NFU animal health and welfare adviser Rebecca Veale attended a conference recently run by the Alliance to ‘Save our Antibiotics’.
There was interesting discussion throughout the conference, some of it accurate, some of it frustratingly inaccurate. But what was apparent is the appetite to embrace and work more cohesively on the challenge that antibiotic resistance (AMR) poses to both human and animal health, nationally, within Europe and globally.
John Blackwell, Senior Vice President of the British Veterinary Association, highlighted that underpinning the activity and change that has and will continue to happen are three strategic aims which fall out of the AMR strategy:
- Improve knowledge and understanding of antibiotic resistance
- Conserve and steward the use of antibiotics currently available
- Stimulate the development of new antibiotics and other technologies
Therefore, it is not as simple as just reducing antibiotic usage in one sector or both. Minimising resistance will be achieved with an array of tools such as reduced usage, education, new tools such as diagnostic tests, responsible usage and optimising the health of animals and humans.
What we’ve achieved so far
In looking ahead to the future many of the speakers omitted to highlight what fantastic things industry is doing now – something that I think is really important. There have been some great steps forward in reducing antibiotic usage and this is evident in the recent British Poultry Council report “Leading the way in responsible use of antibiotics”.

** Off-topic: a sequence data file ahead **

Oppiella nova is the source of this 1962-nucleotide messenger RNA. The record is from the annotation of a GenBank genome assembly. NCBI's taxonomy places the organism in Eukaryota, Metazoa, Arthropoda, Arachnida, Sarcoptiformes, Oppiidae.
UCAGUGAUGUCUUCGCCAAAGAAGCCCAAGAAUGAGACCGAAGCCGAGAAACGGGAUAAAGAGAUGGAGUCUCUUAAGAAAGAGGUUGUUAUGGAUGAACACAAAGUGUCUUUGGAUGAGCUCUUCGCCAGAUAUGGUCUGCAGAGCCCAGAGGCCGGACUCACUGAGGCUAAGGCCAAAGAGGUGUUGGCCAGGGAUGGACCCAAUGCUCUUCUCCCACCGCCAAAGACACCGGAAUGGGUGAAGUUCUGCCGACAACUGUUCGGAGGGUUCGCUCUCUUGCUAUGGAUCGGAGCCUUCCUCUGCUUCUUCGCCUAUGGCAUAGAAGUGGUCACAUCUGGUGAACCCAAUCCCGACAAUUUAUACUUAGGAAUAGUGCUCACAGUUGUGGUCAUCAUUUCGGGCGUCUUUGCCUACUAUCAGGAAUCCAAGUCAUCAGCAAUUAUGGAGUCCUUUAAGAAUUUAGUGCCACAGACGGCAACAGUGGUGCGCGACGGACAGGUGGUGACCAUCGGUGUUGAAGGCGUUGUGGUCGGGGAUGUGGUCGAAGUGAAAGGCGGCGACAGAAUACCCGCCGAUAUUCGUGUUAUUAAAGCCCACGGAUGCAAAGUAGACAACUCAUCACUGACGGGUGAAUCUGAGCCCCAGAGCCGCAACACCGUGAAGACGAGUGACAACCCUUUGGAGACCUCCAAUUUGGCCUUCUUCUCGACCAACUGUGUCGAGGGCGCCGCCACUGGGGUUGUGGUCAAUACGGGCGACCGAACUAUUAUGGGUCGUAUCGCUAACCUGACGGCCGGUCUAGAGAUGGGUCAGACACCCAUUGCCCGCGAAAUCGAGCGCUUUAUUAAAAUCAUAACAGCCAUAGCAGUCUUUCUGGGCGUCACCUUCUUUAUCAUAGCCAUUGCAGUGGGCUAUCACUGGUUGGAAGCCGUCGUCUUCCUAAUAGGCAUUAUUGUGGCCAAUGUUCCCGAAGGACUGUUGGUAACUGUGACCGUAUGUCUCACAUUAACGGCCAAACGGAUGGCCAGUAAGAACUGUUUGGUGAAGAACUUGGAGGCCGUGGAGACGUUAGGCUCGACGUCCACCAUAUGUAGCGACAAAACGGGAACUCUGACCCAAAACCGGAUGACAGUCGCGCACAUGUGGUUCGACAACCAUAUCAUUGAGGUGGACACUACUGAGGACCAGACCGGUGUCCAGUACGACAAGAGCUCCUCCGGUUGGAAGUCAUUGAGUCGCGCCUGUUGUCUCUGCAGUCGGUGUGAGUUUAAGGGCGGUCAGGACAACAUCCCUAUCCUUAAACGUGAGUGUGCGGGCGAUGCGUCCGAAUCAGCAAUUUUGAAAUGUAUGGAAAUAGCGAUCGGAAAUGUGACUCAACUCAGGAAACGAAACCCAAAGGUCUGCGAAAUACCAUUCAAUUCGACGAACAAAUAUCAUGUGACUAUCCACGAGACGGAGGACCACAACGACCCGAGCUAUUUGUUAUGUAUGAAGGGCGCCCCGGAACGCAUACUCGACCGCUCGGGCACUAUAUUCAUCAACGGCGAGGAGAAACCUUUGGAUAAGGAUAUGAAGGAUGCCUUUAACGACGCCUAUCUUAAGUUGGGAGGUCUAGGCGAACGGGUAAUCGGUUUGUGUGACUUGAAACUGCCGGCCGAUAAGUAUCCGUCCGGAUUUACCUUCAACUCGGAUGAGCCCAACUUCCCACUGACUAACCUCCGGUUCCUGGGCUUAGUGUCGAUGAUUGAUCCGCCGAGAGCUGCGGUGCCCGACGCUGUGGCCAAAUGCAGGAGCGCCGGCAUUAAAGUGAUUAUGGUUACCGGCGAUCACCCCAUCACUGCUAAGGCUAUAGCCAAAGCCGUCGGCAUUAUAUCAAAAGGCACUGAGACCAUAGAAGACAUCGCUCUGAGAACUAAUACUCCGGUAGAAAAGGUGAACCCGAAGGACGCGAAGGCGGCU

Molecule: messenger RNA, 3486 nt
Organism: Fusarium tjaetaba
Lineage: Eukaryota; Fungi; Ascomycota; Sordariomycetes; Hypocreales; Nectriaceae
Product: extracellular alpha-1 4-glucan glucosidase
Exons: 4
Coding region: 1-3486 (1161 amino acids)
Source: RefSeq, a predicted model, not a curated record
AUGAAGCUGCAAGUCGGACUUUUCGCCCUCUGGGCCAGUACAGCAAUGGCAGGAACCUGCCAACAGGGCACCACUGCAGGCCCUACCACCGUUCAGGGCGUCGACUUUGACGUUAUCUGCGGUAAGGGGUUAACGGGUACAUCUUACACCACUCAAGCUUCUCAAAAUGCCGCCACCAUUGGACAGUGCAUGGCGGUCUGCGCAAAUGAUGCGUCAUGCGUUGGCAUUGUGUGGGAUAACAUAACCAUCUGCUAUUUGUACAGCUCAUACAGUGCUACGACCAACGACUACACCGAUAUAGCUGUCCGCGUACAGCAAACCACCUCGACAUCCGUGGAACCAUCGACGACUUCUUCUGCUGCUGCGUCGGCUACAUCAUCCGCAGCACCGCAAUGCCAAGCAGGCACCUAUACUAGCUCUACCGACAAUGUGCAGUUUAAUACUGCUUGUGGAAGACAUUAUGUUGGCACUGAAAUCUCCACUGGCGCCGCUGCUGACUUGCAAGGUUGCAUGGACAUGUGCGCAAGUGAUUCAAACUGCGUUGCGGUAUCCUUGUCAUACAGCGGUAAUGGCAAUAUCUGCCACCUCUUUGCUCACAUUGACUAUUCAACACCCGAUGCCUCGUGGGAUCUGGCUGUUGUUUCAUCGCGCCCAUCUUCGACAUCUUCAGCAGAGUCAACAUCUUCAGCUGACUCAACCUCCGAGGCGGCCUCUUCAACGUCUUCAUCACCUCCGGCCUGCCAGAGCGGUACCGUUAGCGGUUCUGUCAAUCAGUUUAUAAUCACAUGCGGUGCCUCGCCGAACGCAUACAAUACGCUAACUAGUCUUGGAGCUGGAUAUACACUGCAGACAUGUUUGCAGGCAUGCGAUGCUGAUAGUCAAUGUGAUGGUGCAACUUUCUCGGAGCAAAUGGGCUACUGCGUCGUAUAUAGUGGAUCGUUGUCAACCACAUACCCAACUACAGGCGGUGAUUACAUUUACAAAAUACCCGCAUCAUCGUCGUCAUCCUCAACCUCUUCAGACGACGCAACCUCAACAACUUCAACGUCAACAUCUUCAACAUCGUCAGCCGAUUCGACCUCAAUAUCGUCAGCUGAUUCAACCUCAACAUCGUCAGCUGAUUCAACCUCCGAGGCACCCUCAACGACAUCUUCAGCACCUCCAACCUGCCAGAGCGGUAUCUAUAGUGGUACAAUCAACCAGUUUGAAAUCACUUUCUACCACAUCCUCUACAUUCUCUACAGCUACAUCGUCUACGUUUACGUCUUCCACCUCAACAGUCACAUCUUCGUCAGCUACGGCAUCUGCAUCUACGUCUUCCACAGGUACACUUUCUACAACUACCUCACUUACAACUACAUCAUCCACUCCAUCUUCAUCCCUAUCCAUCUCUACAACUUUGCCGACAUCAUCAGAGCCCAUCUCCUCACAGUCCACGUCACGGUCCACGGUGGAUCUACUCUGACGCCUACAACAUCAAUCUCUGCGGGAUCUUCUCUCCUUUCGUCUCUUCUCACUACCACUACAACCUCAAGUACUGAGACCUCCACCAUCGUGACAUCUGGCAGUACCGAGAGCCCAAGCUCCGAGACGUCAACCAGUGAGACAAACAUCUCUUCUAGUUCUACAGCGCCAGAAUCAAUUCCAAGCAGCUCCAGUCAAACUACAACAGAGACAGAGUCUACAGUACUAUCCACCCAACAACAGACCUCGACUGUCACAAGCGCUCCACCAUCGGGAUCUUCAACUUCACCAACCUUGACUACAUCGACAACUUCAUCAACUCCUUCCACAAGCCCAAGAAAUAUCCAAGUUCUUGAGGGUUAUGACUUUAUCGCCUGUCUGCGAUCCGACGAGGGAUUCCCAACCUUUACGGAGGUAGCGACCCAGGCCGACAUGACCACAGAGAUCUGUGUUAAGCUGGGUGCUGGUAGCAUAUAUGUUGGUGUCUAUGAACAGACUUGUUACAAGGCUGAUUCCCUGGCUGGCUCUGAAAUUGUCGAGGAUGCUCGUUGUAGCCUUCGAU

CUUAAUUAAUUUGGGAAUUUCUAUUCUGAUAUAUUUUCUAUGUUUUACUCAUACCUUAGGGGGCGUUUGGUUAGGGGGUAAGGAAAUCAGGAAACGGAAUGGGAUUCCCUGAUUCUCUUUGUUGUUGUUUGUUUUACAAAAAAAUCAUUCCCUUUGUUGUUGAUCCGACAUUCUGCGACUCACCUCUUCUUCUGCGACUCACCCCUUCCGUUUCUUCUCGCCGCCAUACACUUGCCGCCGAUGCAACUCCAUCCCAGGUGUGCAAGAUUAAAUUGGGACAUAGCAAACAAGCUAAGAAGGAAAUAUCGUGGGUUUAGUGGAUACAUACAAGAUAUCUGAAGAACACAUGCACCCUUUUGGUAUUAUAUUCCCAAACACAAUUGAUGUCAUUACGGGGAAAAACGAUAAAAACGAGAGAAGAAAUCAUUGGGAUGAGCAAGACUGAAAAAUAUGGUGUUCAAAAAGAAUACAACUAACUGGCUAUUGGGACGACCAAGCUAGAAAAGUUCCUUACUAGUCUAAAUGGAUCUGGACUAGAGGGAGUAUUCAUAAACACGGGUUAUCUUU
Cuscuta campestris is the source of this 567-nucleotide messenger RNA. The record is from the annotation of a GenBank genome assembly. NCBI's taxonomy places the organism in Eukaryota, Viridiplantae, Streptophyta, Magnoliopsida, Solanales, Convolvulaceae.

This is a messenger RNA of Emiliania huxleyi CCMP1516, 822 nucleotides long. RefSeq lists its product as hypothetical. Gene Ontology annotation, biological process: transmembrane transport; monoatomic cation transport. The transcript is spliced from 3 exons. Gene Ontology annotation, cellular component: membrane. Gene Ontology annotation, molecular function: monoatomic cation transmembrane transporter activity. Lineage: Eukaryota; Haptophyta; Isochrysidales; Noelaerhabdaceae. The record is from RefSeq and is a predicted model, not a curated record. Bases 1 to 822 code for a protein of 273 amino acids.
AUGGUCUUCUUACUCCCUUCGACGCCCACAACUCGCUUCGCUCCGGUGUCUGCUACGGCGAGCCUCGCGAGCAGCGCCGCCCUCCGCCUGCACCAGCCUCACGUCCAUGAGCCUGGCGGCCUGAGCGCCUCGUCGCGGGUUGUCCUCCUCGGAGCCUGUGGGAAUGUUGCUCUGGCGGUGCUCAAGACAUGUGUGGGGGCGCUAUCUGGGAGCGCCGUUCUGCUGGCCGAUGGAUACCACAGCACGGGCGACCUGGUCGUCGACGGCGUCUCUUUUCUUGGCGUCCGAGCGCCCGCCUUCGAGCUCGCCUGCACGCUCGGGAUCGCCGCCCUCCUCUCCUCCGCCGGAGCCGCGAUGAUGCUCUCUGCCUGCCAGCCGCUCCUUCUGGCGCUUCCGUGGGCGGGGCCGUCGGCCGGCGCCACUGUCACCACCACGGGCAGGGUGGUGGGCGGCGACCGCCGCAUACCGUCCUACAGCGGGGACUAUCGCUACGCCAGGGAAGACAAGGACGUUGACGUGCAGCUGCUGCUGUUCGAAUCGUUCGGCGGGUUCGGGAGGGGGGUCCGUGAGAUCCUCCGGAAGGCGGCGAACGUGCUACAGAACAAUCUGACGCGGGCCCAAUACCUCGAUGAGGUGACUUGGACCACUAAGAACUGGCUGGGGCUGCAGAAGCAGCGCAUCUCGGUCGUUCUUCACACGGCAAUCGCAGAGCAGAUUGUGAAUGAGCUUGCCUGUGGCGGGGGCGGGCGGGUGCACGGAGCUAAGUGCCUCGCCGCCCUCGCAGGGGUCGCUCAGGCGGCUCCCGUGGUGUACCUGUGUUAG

Those in the scheme have reduced antibiotic usage by 44% with a 5% increase in production – no mean feat and probably down to some of the huge commitments made by the sector.
The pig industry will soon be launching the pig medicine hub to collate usage data which will prove invaluable in providing the evidence to make targeted strategic improvements. The cattle sector has also started the long process to collecting data. Right now in this sector there is an increasing move towards selective dry cow therapy which is really encouraging and a great example of responsible use of antibiotics.
Check out the RUMA website for guidelines on responsible use.
Somerset vet David Tisdall presented what he has achieved at his practice back in 2009 by taking a partnership approach with his dairy farmers. He has made changes that have altered their prescribing policy, engaged in herd health plans in a different way, reduced the use of third and fourth generation cephalosporins and run farmer workshops. This has resulted in a 7% reduction in antimicrobial use in the practice and an 82% reduction in antibiotics critically important for human health – with no perceived compromise in service.
So what are the next steps?
We need to know where we’re at in terms of usage to target activity, research is ongoing and we need to ask what can we learn from other countries that have made gains in reducing usage and what we can share? We do have to be careful what we take away because developments must be considered in context to the disease challenges faced by UK stock.
In 2004-10 the Netherlands were faced with a huge disease challenge with LA-MRSA and Q-fever plus there was an increased use of antibiotics in animals. While we would not agree or want to replicate all their actions they did make huge strides in improving the understanding of AMR within the industry, make usage data transparent and allow for it to be used for benchmarking purposes. Farmers and vets in Sweden have made improvements in animal husbandry to reduce usage and also promoted the prudent use of antibiotics to farmers. All things we can consider in the UK.